Mohtadi, M et al. (2010): Radiocarbon datings and temperature reconstructions of sediment core GeoB10038-4 off SW Sumatra. doi:10.1594/PANGAEA.770344, Supplement to:Mohtadi, Mahyar; Lückge, Andreas; Steinke, Stephan; Groeneveld, Jeroen; Hebbeln, Dierk; Westphal, Niko (2010): Late Pleistocene surface and thermocline conditions of the eastern tropical Indian Ocean. Quaternary Science Reviews, 29(7-8), 887-896, doi:10.1016/j.quascirev.2009.12.006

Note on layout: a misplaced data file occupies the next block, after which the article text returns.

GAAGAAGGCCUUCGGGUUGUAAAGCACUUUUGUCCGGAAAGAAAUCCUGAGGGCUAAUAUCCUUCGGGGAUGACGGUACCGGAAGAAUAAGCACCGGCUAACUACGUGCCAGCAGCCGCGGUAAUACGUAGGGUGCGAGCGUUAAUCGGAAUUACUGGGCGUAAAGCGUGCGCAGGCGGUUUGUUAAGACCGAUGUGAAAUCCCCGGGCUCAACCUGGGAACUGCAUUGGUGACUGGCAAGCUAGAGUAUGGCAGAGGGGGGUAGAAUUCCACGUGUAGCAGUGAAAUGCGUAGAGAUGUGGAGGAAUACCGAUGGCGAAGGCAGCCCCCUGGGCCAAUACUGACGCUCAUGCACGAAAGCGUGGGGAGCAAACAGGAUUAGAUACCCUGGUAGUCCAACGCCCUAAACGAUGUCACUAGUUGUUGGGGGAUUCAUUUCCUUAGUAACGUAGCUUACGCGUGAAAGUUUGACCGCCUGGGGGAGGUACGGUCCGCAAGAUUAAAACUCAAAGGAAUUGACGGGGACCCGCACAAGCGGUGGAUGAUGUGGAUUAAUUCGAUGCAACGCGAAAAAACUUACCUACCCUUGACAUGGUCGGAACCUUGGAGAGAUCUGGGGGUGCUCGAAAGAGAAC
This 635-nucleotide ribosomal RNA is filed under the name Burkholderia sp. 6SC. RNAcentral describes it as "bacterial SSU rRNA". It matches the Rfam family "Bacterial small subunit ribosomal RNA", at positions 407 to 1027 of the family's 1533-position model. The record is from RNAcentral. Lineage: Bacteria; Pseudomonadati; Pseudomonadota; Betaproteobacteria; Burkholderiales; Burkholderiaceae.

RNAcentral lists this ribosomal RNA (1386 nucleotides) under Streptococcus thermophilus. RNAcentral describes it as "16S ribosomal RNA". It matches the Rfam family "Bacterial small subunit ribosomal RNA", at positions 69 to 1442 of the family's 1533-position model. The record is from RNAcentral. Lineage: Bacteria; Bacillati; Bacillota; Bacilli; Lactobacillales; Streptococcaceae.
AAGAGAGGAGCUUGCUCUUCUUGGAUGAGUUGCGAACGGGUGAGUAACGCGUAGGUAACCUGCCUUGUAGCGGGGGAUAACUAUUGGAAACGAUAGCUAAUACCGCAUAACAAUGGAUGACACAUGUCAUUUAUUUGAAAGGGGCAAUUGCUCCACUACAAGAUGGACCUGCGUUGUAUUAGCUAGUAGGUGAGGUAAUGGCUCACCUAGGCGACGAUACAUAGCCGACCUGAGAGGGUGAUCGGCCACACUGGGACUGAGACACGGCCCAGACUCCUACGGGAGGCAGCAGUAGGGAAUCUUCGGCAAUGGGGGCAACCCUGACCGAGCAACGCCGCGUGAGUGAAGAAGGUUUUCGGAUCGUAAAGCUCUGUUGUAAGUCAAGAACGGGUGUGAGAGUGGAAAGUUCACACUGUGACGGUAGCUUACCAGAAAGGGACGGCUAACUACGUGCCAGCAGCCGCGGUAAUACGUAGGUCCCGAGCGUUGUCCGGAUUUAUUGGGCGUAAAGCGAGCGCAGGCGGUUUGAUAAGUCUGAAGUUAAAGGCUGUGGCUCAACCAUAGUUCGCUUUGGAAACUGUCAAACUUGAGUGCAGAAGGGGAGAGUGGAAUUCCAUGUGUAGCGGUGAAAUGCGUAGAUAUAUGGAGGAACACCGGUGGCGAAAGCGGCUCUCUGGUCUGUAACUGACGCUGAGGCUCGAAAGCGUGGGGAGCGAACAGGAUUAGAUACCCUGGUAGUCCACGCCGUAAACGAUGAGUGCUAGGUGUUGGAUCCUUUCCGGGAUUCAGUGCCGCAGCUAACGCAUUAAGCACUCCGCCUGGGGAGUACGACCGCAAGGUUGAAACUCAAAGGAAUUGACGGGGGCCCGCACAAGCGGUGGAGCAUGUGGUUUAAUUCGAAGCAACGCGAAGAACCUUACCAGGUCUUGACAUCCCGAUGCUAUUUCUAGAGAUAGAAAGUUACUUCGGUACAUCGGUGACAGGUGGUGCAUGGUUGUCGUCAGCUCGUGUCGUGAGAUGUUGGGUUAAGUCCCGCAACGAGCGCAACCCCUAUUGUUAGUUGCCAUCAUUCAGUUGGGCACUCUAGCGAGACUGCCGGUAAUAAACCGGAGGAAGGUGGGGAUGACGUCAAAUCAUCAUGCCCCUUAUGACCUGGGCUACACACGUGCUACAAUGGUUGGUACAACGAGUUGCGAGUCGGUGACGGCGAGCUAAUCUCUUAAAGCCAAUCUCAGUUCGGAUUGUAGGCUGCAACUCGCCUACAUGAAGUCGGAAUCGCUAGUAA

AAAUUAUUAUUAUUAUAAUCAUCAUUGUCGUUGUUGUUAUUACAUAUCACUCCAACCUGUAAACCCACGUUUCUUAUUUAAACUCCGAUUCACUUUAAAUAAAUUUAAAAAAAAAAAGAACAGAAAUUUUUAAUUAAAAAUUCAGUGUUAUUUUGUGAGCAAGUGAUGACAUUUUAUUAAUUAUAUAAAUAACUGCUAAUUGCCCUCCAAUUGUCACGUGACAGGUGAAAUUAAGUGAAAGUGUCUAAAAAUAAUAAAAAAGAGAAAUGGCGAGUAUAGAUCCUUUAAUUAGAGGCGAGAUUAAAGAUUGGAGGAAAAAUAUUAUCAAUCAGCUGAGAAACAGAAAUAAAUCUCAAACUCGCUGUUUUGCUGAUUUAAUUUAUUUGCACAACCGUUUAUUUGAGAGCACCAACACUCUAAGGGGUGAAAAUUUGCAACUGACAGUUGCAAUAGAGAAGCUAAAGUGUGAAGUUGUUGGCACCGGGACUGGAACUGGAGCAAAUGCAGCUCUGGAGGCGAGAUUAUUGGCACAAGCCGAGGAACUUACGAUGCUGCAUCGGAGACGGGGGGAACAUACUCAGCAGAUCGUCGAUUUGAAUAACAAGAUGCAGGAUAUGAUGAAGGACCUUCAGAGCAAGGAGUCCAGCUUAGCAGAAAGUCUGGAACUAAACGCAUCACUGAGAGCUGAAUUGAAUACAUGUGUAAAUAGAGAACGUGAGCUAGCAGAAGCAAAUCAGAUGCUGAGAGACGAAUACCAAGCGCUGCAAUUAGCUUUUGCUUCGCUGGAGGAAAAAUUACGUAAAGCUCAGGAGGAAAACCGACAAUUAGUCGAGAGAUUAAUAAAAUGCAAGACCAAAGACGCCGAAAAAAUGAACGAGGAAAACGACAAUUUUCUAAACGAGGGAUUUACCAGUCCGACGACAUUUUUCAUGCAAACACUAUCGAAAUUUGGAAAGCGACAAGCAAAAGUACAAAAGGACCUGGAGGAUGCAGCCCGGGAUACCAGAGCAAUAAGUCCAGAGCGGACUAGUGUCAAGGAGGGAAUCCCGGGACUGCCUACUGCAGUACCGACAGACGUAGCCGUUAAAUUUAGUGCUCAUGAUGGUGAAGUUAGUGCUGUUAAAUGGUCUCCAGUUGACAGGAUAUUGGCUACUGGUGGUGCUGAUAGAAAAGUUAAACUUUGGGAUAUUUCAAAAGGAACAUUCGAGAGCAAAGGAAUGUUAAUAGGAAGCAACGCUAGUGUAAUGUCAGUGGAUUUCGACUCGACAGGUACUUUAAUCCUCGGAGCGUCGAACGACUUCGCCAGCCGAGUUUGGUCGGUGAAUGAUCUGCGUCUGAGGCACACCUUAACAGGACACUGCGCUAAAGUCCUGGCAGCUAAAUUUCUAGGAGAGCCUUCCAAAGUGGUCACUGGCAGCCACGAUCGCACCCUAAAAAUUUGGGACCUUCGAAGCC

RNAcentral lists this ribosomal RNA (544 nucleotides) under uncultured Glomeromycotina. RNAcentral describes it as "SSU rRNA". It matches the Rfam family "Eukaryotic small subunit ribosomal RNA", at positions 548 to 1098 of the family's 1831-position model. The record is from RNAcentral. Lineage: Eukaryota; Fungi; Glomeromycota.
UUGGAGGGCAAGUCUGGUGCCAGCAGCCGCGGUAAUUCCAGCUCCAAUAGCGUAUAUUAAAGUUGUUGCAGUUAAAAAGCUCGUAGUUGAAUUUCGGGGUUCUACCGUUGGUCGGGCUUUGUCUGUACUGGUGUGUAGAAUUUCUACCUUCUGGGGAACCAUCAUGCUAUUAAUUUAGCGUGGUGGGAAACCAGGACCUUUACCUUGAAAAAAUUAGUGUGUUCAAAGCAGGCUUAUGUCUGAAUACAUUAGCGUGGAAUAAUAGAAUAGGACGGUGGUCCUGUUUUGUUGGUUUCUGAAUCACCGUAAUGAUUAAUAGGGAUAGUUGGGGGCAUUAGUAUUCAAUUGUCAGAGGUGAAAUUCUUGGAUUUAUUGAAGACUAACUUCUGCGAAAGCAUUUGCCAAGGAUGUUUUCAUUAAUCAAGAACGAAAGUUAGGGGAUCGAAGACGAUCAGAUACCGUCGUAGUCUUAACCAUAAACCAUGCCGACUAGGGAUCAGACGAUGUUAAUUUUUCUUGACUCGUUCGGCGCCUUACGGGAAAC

Surface and thermocline conditions of the eastern tropical Indian Ocean were reconstructed through the past glacial-interglacial cycle by using Mg/Ca and alkenone-paleothermometry, stable oxygen isotopes of calcite and seawater, and terrigenous fraction performed on sediment core GeoB 10038-4 off SW Sumatra (~6°S, 103°E, 1819 m water depth). Results show that annual mean surface and thermocline temperatures varied differently and independently, and suggest that surface temperatures have been responding to southern high-latitude climate, whereas the more variable thermocline temperatures were remotely controlled by changes in the thermocline temperatures of the North Indian Ocean. Except for glacial terminations, salinity proxies indicate that changing intensities of the boreal summer monsoon did not considerably affect annual mean conditions off Sumatra during the past 133,000 years. Our results do not show a glacial-interglacial pattern in the thermocline conditions and reject a linear response of the tropical Indian Ocean thermocline to mid- and high-latitude climate change. Alkenone-based surface temperature estimates varied in line with the terrigenous fraction of the sediment and the East Asian winter monsoon proxy records at the precession band suggestive of monsoon (sea level) to be the dominant control on alkenone temperatures in the eastern tropical Indian Ocean on sub-orbital (glacial-interglacial) timescales.